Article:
This week I was encouraged twice to resist negative people in my life, once in a Facebook post, another in a chapter of a book I am reading by a Christian author. We hear a lot about avoiding “negative people or energy” these days, and there are probably many ways to interpret the idea. However, in “No is a Beautiful Word,” the author is particular. “Our world is filled with negativity and incivility, and these seem to be increasing exponentially. Here is my challenge. You can refuse the lure of pessimism, toxic attitudes, and never-ending negativism. Choose to fix your heart and mind on what is good, beautiful, positive, and edifying. (Philippians 4:8)” (1) Our culture has a powerful influence on us, so we need to be careful about its interpretation of what is good, especially since so many “bad” things are called right today. Just think of the current slang words used to describe something good, like “dope” or “sick.” But Christians are called to walk with the Lord in a way that builds up the body. That is our primary calling, whether we are living in Europe, Latin America, Africa, or America. Our culture should not determine whether or not we live independently of each other.
“Grace frees you from the dissatisfying claustrophobia of your individualism to enjoy the fulfilling freedom of loving and serving God…Individualism is not freedom; it is bondage. Living for yourself is not liberty; it is a self-imposed prison…The entrance of sin into the world and into our hearts teaches us that we were not hardwired for independence. It…complicates things. The fall made us all a danger to ourselves. Because of the sin in us, we think bad things, we desire bad things, we are attracted to bad things, and we choose bad things—and we are blind to much of this going on inside of ourselves…It really is true that individualism is a delusion, that joyful submission is the good life, and that Jesus alone is able to transport you from one to the other. If you find more joy in serving God than yourself, you know that grace has entered your door, because only grace has the power to rescue you from you.” (2)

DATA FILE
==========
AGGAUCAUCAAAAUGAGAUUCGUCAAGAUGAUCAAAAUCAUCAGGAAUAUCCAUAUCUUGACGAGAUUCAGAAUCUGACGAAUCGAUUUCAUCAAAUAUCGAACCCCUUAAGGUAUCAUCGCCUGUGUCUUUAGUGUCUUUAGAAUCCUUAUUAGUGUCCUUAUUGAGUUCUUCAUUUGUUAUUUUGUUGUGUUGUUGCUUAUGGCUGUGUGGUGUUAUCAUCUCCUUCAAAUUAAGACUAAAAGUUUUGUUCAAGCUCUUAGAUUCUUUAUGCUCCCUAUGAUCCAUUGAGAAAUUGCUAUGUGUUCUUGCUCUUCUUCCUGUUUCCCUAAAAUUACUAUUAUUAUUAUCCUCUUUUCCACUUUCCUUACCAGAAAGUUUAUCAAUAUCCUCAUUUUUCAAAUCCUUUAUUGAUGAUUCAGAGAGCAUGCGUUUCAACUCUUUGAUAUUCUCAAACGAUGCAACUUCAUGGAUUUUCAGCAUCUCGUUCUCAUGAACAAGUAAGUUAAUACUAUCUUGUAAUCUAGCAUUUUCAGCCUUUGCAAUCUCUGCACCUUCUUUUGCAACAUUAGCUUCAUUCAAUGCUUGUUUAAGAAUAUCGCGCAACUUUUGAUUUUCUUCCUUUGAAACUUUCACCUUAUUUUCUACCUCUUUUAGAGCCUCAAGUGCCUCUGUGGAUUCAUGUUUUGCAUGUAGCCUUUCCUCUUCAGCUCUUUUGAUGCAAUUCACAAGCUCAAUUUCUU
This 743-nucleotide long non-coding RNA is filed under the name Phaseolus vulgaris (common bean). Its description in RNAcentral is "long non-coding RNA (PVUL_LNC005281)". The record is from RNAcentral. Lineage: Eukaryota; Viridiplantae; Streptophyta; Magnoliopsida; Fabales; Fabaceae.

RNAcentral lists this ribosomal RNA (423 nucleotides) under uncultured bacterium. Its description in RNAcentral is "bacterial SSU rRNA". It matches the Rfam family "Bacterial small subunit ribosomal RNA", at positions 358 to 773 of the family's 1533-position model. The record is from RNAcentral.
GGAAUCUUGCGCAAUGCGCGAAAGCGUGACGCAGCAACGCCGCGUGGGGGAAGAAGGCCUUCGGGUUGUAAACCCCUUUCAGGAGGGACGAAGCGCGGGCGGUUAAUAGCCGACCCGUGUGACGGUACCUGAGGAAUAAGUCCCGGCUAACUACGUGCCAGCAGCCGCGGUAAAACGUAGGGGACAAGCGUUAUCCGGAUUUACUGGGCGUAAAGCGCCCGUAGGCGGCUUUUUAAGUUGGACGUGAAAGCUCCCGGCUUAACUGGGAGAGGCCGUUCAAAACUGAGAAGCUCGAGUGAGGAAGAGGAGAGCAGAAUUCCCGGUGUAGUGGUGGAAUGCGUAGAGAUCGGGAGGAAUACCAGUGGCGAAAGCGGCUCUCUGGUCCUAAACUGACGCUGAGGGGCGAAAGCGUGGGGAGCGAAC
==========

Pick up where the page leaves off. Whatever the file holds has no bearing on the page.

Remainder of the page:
Every book in the Bible reflects God’s desire that we live as a community. When people ask me what I miss about living in Africa, I always speak of the communal aspect of life in sub-Sahara Africa that I miss. In developed nations, however, people are inclined to live independently, having little contact with those outside of their small circle of family, friends, and co-workers. Yet we have the opportunity to develop a community life that reflects biblical principles which I learned in the African community and experienced in the churches there. In Kenya, a women’s guild of the local church started a home for children with AIDS/HIV. In Ghana, 200 church members came to our village to gift us with food for the children living there. In Liberia, a church is the main sponsor of a home for severely disabled children. These churches are made up of individuals who use their peace and well-being to assist others in a big way. This is how the body of Christ is meant to work. We were not created or designed by God to be independent of him or each other, but to live as a well-functioning body for his glory and pleasure. (See 1 Corinthians 12:12-27; Ephesians 4:4, 12-16.)